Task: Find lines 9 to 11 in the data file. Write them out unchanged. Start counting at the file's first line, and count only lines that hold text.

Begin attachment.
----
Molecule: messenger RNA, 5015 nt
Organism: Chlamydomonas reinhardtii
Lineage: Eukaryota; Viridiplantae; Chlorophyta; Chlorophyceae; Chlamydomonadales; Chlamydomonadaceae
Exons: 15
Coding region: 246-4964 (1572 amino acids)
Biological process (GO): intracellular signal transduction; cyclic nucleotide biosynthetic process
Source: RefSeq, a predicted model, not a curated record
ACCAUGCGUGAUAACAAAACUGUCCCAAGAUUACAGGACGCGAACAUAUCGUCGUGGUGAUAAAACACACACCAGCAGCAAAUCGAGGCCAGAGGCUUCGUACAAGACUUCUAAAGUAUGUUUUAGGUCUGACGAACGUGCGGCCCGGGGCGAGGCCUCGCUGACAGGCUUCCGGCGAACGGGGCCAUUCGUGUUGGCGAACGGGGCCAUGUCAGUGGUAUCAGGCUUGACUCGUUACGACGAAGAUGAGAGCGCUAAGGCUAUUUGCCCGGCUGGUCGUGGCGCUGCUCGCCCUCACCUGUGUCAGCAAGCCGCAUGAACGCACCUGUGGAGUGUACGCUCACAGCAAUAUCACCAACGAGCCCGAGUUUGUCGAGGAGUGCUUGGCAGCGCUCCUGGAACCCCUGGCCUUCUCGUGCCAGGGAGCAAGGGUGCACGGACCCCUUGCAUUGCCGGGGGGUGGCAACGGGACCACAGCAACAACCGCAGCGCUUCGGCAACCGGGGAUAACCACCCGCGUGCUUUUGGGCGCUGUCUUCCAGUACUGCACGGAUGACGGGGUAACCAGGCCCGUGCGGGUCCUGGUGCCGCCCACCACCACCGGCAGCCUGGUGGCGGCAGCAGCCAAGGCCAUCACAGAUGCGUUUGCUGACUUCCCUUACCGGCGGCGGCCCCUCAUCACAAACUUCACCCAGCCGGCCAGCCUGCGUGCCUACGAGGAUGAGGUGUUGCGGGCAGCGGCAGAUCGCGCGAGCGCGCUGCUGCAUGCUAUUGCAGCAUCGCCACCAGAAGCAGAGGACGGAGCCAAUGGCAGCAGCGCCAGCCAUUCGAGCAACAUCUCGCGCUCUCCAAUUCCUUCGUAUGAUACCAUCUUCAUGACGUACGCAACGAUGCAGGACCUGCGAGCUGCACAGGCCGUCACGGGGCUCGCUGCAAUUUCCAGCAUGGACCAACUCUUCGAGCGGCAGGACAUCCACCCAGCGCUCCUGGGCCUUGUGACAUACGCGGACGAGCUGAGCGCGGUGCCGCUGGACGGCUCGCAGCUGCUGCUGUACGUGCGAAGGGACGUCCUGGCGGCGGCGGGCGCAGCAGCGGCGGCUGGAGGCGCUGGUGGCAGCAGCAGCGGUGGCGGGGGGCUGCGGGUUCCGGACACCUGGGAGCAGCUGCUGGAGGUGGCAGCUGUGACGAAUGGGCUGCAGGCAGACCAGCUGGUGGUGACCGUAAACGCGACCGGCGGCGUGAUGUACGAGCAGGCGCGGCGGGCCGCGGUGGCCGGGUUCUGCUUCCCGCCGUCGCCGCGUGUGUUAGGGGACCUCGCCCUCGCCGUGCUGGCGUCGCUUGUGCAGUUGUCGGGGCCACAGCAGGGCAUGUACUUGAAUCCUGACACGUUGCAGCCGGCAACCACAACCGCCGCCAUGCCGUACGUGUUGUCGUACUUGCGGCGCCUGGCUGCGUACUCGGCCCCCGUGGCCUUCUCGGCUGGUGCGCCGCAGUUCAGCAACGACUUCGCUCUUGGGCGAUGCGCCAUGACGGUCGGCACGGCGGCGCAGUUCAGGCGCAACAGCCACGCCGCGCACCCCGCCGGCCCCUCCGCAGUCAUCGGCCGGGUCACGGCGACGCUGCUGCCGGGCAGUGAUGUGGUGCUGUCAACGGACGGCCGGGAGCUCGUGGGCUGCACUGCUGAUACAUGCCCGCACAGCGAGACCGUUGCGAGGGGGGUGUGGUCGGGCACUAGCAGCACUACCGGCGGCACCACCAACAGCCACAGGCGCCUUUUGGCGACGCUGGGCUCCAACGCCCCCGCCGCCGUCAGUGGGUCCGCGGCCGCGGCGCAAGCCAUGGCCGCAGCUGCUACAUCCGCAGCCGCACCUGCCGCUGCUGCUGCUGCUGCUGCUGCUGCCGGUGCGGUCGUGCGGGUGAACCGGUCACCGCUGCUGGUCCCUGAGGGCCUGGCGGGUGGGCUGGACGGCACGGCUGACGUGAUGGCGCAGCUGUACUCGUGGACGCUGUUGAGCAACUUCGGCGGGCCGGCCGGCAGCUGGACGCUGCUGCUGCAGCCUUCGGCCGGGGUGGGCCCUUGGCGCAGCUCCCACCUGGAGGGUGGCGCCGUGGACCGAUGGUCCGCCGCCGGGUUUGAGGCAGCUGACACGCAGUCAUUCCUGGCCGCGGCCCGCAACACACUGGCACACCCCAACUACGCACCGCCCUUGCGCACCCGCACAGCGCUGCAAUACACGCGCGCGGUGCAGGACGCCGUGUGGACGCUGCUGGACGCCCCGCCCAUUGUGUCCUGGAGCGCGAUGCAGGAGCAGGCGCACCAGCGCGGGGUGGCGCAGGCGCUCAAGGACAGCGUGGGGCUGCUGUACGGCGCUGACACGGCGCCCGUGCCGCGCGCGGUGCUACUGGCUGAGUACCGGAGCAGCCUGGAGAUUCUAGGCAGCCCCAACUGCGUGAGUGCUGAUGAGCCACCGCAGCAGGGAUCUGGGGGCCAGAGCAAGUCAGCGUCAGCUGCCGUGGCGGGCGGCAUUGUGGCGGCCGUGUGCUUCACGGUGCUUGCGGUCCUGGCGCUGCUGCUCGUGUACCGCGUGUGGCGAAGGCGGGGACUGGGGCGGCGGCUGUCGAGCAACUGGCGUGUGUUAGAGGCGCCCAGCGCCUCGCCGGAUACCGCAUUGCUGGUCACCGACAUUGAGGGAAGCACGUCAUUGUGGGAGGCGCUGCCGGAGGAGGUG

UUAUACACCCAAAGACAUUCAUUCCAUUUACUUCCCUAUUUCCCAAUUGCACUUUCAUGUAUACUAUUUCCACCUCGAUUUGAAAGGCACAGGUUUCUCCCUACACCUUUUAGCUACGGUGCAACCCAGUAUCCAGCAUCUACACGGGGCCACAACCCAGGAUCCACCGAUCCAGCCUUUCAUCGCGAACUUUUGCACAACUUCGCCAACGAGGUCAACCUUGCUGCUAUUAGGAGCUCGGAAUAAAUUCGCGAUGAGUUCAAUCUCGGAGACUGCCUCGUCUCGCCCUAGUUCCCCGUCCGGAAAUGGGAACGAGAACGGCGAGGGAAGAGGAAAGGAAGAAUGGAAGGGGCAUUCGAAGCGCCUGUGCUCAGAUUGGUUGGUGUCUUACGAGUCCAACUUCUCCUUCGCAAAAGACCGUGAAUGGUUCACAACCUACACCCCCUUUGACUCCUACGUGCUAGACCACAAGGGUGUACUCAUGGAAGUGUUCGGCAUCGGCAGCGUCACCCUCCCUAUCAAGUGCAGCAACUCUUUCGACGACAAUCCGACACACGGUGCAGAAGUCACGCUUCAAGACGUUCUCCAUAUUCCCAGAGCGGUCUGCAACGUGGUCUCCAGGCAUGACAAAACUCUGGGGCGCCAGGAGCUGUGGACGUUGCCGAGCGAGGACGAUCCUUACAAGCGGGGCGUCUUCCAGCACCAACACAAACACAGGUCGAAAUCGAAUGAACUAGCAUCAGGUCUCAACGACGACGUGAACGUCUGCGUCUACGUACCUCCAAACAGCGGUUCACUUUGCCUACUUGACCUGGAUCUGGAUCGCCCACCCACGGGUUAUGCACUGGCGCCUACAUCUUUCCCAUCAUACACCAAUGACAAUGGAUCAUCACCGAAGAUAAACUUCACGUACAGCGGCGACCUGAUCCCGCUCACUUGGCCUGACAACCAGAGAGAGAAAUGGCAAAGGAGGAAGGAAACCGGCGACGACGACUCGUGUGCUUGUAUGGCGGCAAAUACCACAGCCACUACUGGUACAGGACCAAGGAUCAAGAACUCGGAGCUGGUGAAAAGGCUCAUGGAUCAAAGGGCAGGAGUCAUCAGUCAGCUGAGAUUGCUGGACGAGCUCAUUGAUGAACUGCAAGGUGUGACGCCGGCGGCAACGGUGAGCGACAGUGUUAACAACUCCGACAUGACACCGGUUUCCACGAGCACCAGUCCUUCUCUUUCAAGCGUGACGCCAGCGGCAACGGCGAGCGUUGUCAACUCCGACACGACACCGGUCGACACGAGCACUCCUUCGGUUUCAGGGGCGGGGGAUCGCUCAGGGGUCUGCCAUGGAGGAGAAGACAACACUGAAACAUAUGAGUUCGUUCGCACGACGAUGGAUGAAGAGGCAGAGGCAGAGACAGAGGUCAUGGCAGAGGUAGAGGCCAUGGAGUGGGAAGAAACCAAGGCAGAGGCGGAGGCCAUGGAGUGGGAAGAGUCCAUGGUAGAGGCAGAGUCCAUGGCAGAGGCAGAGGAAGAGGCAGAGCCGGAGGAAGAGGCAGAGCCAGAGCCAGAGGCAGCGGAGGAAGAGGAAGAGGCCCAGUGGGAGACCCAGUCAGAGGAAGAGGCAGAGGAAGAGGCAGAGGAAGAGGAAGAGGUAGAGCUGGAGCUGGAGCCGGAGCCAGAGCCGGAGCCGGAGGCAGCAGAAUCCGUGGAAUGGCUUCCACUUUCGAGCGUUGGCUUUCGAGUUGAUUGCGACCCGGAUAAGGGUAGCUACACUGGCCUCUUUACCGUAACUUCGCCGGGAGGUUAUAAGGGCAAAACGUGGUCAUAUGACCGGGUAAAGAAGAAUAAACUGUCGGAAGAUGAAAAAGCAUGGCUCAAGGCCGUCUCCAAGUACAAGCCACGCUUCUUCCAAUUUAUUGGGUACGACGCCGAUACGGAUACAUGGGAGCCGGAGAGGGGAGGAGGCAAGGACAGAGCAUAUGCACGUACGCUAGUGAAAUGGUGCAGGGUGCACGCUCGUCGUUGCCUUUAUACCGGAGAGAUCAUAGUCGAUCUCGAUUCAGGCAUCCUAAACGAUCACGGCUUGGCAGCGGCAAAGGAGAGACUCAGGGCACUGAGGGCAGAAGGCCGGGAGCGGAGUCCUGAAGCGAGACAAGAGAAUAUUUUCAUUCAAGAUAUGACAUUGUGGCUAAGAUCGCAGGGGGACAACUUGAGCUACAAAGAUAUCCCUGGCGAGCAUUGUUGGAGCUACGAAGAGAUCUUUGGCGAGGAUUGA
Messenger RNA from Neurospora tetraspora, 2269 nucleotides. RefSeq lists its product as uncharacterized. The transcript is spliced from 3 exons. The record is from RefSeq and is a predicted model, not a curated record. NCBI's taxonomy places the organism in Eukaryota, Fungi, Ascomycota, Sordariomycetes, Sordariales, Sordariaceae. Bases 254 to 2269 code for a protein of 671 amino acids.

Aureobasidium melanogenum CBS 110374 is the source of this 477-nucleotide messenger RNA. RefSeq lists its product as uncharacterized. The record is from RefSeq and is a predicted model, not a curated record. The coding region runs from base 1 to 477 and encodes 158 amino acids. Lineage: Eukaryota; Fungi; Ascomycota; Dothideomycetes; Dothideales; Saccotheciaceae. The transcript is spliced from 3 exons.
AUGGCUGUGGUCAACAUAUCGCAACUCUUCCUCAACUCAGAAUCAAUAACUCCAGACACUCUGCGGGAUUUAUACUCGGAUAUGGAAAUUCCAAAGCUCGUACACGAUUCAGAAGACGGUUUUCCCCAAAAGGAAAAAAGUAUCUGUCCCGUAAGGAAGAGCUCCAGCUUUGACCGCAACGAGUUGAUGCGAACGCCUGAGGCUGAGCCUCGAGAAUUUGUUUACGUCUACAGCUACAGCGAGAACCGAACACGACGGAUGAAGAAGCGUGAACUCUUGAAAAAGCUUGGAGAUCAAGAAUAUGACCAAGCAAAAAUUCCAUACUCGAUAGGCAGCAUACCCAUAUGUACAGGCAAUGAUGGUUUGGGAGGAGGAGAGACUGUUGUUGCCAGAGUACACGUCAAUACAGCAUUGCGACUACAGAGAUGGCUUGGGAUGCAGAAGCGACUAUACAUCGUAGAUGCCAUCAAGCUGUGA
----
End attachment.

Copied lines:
UUAUACACCCAAAGACAUUCAUUCCAUUUACUUCCCUAUUUCCCAAUUGCACUUUCAUGUAUACUAUUUCCACCUCGAUUUGAAAGGCACAGGUUUCUCCCUACACCUUUUAGCUACGGUGCAACCCAGUAUCCAGCAUCUACACGGGGCCACAACCCAGGAUCCACCGAUCCAGCCUUUCAUCGCGAACUUUUGCACAACUUCGCCAACGAGGUCAACCUUGCUGCUAUUAGGAGCUCGGAAUAAAUUCGCGAUGAGUUCAAUCUCGGAGACUGCCUCGUCUCGCCCUAGUUCCCCGUCCGGAAAUGGGAACGAGAACGGCGAGGGAAGAGGAAAGGAAGAAUGGAAGGGGCAUUCGAAGCGCCUGUGCUCAGAUUGGUUGGUGUCUUACGAGUCCAACUUCUCCUUCGCAAAAGACCGUGAAUGGUUCACAACCUACACCCCCUUUGACUCCUACGUGCUAGACCACAAGGGUGUACUCAUGGAAGUGUUCGGCAUCGGCAGCGUCACCCUCCCUAUCAAGUGCAGCAACUCUUUCGACGACAAUCCGACACACGGUGCAGAAGUCACGCUUCAAGACGUUCUCCAUAUUCCCAGAGCGGUCUGCAACGUGGUCUCCAGGCAUGACAAAACUCUGGGGCGCCAGGAGCUGUGGACGUUGCCGAGCGAGGACGAUCCUUACAAGCGGGGCGUCUUCCAGCACCAACACAAACACAGGUCGAAAUCGAAUGAACUAGCAUCAGGUCUCAACGACGACGUGAACGUCUGCGUCUACGUACCUCCAAACAGCGGUUCACUUUGCCUACUUGACCUGGAUCUGGAUCGCCCACCCACGGGUUAUGCACUGGCGCCUACAUCUUUCCCAUCAUACACCAAUGACAAUGGAUCAUCACCGAAGAUAAACUUCACGUACAGCGGCGACCUGAUCCCGCUCACUUGGCCUGACAACCAGAGAGAGAAAUGGCAAAGGAGGAAGGAAACCGGCGACGACGACUCGUGUGCUUGUAUGGCGGCAAAUACCACAGCCACUACUGGUACAGGACCAAGGAUCAAGAACUCGGAGCUGGUGAAAAGGCUCAUGGAUCAAAGGGCAGGAGUCAUCAGUCAGCUGAGAUUGCUGGACGAGCUCAUUGAUGAACUGCAAGGUGUGACGCCGGCGGCAACGGUGAGCGACAGUGUUAACAACUCCGACAUGACACCGGUUUCCACGAGCACCAGUCCUUCUCUUUCAAGCGUGACGCCAGCGGCAACGGCGAGCGUUGUCAACUCCGACACGACACCGGUCGACACGAGCACUCCUUCGGUUUCAGGGGCGGGGGAUCGCUCAGGGGUCUGCCAUGGAGGAGAAGACAACACUGAAACAUAUGAGUUCGUUCGCACGACGAUGGAUGAAGAGGCAGAGGCAGAGACAGAGGUCAUGGCAGAGGUAGAGGCCAUGGAGUGGGAAGAAACCAAGGCAGAGGCGGAGGCCAUGGAGUGGGAAGAGUCCAUGGUAGAGGCAGAGUCCAUGGCAGAGGCAGAGGAAGAGGCAGAGCCGGAGGAAGAGGCAGAGCCAGAGCCAGAGGCAGCGGAGGAAGAGGAAGAGGCCCAGUGGGAGACCCAGUCAGAGGAAGAGGCAGAGGAAGAGGCAGAGGAAGAGGAAGAGGUAGAGCUGGAGCUGGAGCCGGAGCCAGAGCCGGAGCCGGAGGCAGCAGAAUCCGUGGAAUGGCUUCCACUUUCGAGCGUUGGCUUUCGAGUUGAUUGCGACCCGGAUAAGGGUAGCUACACUGGCCUCUUUACCGUAACUUCGCCGGGAGGUUAUAAGGGCAAAACGUGGUCAUAUGACCGGGUAAAGAAGAAUAAACUGUCGGAAGAUGAAAAAGCAUGGCUCAAGGCCGUCUCCAAGUACAAGCCACGCUUCUUCCAAUUUAUUGGGUACGACGCCGAUACGGAUACAUGGGAGCCGGAGAGGGGAGGAGGCAAGGACAGAGCAUAUGCACGUACGCUAGUGAAAUGGUGCAGGGUGCACGCUCGUCGUUGCCUUUAUACCGGAGAGAUCAUAGUCGAUCUCGAUUCAGGCAUCCUAAACGAUCACGGCUUGGCAGCGGCAAAGGAGAGACUCAGGGCACUGAGGGCAGAAGGCCGGGAGCGGAGUCCUGAAGCGAGACAAGAGAAUAUUUUCAUUCAAGAUAUGACAUUGUGGCUAAGAUCGCAGGGGGACAACUUGAGCUACAAAGAUAUCCCUGGCGAGCAUUGUUGGAGCUACGAAGAGAUCUUUGGCGAGGAUUGA
Messenger RNA from Neurospora tetraspora, 2269 nucleotides. RefSeq lists its product as uncharacterized. The transcript is spliced from 3 exons. The record is from RefSeq and is a predicted model, not a curated record. NCBI's taxonomy places the organism in Eukaryota, Fungi, Ascomycota, Sordariomycetes, Sordariales, Sordariaceae. Bases 254 to 2269 code for a protein of 671 amino acids.

Aureobasidium melanogenum CBS 110374 is the source of this 477-nucleotide messenger RNA. RefSeq lists its product as uncharacterized. The record is from RefSeq and is a predicted model, not a curated record. The coding region runs from base 1 to 477 and encodes 158 amino acids. Lineage: Eukaryota; Fungi; Ascomycota; Dothideomycetes; Dothideales; Saccotheciaceae. The transcript is spliced from 3 exons.